News Release - WA Spends Less Than 1% on Early Learning

For Immediate Release:  August 13, 2014

 Joel Ryan, (253) 486-9077,


Feds Commit to Quality State Pre-K Expansion – Washington Should

Follow Their Lead; Legislative Response to McCleary

Should Include Major Early Learning Investments


 A statement from Joel Ryan, Executive Director:  (PDF Version)

The Department of Education released its Preschool Development Grants opportunity today, a major investment in high quality early learning.  Washington has been making progress in expanding and improving early learning opportunities, but we have a long way to go.  Washington is 32nd in terms of access to pre-k for 4 year olds, and other early learning programs are equally underfunded.  Analysis completed by staff in Olympia finds that less than 1% of state dollars go to support early learning.  This is truly surprising considering what we know about its return on investment, the growing knowledge we have about brain development from I-LABS, and the overwhelming support of the public.  Early learning seems to be the one thing in Olympia that both Republicans and Democrats agree on. Just a few weeks ago, Senator John Braun (R-Centralia), Deputy Republican Whip, visited a local ECEAP program in his district and said that ‘in terms of bang for your buck, this is one of the best investments for the state.’  Governor Jay Inslee has said that early learning is the ‘single most important investment we can make in the long term future of our children.” 

Next session, all eyes will be on how lawmakers meet their obligations under the McCleary court decision.  Our state’s ‘paramount duty’ is to amply provide for our children’s education, and the research is clear that when children arrive unprepared, it is expensive to intervene and many children never catch up.  The very small financial commitment the state is currently making to early learning means that less than half our children are prepared for kindergarten.  The solution to McCleary cannot rest solely on funding K-12; it must come with real and proven reforms that lead to positive educational outcomes. We should focus resources and energy on getting 100% of our children the education they need. This cannot be accomplished if we continue to spend less than 1% on getting them ready for kindergarten.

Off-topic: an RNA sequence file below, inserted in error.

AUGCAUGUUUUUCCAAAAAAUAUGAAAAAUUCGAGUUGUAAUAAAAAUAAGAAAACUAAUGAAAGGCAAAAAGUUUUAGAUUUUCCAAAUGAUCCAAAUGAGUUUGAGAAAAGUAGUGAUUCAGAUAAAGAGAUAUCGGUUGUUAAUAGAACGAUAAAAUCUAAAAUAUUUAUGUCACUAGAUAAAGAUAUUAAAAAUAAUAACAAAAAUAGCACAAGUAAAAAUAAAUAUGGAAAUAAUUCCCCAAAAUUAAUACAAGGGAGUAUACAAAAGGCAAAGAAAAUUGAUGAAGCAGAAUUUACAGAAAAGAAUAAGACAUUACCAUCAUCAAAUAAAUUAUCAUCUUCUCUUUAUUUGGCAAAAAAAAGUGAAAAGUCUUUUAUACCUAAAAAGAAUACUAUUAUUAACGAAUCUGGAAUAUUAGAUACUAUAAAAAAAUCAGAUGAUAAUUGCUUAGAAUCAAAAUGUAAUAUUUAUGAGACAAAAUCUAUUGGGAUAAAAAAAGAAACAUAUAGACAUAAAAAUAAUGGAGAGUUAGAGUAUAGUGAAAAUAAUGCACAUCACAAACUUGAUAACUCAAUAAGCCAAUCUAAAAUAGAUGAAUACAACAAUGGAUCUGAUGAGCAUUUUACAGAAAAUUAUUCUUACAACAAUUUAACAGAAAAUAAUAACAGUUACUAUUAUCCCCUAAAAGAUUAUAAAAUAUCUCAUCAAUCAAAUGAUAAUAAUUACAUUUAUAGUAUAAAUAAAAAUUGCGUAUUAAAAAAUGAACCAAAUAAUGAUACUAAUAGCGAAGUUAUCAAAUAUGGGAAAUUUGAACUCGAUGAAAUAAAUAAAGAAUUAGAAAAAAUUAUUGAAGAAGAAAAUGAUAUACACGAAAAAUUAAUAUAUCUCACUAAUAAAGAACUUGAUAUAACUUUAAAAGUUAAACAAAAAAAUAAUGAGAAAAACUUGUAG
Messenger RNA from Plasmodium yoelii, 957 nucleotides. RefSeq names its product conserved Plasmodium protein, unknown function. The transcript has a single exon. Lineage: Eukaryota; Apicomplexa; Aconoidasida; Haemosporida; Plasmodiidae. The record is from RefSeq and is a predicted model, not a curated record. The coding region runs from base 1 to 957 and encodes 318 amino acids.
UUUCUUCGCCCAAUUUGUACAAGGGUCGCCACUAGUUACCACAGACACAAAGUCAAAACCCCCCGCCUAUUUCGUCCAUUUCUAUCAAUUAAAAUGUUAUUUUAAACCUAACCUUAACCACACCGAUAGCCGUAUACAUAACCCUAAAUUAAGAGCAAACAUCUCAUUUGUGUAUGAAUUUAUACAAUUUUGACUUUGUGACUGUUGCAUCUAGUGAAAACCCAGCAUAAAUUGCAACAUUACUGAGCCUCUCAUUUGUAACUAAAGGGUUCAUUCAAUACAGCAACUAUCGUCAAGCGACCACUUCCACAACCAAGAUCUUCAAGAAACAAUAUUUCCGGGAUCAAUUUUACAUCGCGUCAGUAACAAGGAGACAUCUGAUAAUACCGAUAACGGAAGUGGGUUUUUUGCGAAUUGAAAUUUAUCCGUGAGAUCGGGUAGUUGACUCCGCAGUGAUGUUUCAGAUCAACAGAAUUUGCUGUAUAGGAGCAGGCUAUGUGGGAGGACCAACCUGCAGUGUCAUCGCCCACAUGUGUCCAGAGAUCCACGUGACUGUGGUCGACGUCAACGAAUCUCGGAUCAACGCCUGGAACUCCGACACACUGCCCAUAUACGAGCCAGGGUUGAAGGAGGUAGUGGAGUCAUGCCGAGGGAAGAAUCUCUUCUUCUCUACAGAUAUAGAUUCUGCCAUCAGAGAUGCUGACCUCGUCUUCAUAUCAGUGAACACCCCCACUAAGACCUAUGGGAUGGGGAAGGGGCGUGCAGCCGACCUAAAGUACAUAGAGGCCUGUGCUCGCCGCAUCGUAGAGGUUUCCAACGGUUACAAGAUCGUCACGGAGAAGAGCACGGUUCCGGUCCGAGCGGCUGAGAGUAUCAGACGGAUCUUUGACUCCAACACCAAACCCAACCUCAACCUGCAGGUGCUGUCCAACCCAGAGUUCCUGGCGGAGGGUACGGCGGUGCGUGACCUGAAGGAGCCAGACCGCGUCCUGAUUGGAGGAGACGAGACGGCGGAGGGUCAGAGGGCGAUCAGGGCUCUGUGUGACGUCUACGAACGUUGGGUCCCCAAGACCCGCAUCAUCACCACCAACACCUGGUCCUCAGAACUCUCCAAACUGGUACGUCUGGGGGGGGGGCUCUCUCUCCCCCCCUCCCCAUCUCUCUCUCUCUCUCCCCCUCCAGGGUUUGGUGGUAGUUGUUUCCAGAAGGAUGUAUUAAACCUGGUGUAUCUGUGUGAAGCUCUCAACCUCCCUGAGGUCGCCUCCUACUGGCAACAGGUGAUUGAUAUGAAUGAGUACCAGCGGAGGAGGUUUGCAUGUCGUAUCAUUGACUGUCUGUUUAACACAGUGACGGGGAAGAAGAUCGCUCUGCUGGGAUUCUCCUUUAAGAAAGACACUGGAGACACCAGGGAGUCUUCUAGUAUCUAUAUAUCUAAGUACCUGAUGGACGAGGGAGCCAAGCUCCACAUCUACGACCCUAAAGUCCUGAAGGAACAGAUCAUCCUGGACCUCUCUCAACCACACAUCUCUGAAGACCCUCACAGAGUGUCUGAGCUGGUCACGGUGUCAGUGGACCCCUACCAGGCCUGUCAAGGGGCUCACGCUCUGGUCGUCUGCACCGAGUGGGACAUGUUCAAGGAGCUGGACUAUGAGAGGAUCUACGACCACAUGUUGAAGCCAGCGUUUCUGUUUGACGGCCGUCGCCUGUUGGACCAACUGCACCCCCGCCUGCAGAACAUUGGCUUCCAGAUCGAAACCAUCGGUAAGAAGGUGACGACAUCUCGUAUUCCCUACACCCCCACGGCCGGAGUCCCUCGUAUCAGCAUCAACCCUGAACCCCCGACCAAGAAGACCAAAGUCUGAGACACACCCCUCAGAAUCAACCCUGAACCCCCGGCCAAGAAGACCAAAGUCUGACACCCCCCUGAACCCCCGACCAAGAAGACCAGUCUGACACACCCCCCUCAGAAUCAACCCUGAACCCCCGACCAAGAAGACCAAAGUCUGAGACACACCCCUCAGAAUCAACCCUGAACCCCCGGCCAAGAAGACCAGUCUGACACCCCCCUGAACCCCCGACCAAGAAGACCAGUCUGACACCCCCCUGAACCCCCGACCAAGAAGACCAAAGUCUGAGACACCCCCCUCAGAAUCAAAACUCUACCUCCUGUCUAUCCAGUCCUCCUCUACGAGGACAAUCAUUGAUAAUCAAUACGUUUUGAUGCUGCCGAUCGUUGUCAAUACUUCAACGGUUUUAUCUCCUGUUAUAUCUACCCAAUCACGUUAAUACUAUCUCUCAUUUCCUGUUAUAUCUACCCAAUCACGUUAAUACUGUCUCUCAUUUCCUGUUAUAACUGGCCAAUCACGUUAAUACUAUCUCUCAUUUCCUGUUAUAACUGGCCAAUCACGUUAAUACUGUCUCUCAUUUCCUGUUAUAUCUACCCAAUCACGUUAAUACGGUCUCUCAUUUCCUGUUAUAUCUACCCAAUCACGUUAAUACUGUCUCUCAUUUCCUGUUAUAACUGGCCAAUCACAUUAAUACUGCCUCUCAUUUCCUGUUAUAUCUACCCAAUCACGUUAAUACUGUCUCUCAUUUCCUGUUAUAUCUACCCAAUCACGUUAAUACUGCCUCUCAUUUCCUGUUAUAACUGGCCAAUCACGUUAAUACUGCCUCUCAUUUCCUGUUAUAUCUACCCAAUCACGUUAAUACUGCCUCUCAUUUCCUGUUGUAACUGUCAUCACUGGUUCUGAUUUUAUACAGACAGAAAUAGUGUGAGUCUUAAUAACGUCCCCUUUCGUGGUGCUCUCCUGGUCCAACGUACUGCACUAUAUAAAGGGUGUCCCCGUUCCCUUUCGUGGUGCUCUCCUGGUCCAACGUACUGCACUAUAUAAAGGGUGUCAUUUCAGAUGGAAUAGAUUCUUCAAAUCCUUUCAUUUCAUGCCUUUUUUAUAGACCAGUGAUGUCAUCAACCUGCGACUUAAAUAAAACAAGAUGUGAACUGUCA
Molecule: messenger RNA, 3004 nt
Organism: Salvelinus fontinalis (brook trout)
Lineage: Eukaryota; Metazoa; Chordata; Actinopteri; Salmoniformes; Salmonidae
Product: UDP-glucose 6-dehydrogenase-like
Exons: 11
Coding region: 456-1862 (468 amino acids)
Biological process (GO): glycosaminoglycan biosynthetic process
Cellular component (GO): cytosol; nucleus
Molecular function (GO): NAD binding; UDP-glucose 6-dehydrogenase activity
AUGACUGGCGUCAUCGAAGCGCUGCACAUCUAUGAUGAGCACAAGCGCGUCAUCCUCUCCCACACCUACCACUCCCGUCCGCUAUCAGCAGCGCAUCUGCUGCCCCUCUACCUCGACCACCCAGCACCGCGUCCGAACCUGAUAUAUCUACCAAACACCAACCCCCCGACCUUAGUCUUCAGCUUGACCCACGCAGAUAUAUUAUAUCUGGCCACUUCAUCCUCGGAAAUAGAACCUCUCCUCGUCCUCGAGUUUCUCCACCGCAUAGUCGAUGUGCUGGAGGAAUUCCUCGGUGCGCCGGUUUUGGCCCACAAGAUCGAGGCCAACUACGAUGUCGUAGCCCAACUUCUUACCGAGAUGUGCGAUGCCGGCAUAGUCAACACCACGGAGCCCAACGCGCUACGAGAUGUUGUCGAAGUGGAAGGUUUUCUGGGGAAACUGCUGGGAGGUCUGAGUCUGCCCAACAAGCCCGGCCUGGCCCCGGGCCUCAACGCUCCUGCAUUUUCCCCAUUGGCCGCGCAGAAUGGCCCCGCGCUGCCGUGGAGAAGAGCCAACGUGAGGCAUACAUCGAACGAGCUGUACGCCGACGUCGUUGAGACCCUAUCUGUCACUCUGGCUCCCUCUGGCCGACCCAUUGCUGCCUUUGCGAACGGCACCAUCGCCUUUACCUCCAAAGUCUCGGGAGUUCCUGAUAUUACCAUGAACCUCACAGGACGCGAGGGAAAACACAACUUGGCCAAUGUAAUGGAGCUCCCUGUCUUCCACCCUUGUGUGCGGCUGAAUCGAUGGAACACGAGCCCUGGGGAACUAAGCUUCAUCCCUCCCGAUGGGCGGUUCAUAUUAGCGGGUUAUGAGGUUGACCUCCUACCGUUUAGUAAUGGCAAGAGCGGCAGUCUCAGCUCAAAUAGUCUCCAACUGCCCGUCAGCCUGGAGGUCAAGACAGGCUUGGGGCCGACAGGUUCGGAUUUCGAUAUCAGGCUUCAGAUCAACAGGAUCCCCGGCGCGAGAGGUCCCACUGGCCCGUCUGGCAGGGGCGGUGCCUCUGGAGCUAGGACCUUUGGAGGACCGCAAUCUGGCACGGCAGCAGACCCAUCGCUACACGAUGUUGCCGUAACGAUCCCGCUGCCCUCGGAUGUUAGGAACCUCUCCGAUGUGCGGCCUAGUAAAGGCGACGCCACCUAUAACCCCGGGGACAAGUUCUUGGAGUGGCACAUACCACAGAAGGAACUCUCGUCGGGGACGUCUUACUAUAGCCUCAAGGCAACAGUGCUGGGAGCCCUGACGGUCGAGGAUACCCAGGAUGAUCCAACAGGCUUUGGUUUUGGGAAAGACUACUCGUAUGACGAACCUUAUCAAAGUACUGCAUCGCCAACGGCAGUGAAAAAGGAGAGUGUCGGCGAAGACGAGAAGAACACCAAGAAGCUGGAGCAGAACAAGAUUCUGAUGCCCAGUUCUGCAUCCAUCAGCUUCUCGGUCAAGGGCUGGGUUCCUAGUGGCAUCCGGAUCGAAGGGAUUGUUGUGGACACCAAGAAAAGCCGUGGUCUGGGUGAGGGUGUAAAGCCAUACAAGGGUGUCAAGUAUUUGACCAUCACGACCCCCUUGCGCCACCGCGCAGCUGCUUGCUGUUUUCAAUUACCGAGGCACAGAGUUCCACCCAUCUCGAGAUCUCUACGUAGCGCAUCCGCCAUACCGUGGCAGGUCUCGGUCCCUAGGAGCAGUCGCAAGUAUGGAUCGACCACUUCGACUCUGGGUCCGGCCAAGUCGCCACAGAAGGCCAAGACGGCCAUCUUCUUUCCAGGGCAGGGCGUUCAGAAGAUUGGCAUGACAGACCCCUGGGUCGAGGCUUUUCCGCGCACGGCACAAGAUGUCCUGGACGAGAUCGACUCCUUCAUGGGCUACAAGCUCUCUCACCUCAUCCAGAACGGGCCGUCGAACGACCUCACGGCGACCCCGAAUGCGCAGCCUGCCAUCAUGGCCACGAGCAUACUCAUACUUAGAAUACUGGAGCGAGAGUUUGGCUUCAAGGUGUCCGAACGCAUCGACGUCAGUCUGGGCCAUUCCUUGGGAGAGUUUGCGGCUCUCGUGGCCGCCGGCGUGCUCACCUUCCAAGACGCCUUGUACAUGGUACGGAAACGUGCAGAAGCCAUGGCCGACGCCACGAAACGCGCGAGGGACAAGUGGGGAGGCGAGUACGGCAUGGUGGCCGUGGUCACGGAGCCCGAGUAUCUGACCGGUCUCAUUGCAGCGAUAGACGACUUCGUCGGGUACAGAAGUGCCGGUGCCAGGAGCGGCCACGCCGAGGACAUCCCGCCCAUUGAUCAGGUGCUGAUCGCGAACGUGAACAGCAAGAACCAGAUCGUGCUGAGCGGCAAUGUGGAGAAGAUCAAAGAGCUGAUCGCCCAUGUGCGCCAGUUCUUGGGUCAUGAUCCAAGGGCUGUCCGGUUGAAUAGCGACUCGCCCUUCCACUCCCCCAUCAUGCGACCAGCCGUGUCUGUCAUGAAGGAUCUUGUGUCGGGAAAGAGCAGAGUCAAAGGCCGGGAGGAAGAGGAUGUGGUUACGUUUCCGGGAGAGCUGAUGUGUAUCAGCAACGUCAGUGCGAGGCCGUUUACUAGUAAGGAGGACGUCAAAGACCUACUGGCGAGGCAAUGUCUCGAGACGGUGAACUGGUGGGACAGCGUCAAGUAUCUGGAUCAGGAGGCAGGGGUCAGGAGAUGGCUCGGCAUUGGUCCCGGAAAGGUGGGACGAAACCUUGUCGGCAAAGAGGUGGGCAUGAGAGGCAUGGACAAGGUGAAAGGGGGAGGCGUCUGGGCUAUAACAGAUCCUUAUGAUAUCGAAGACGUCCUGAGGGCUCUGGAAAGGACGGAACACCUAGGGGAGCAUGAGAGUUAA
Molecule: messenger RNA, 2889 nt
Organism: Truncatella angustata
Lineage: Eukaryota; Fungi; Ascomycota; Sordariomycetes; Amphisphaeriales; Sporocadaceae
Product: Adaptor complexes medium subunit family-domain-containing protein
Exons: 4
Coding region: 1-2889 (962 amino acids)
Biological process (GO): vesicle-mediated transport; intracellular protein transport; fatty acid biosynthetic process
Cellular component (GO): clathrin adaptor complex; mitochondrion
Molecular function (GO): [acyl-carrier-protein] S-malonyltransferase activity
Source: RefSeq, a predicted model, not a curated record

Below is the chart put together by the House Office of Program Research. If you have specific budget questions we will be happy to connect you to the staff.

2013-15 Revised Omnibus Operating Budget (2014 Supp)



Dollars in Thousands

Percent of total

Public Schools



Other Human Services






Higher Education



Special Appropriations



Judicial, Legislative, and Gov Ops



Early Learning



Natural Resources






Other Education



Statewide Total



The Washington State Association of Head Start & ECEAP (WSA) is a nonprofit statewide advocacy and training organization composed of representatives from ECEAP, Head Start, Early Head Start, Migrant/Seasonal Head Start, and Native American Head Start.  In FY 2015 10,091 eligible 3- and 4-year-old children will be served in ECEAP and 10,390 in Head Start.  20,481 eligible children will not be served. 


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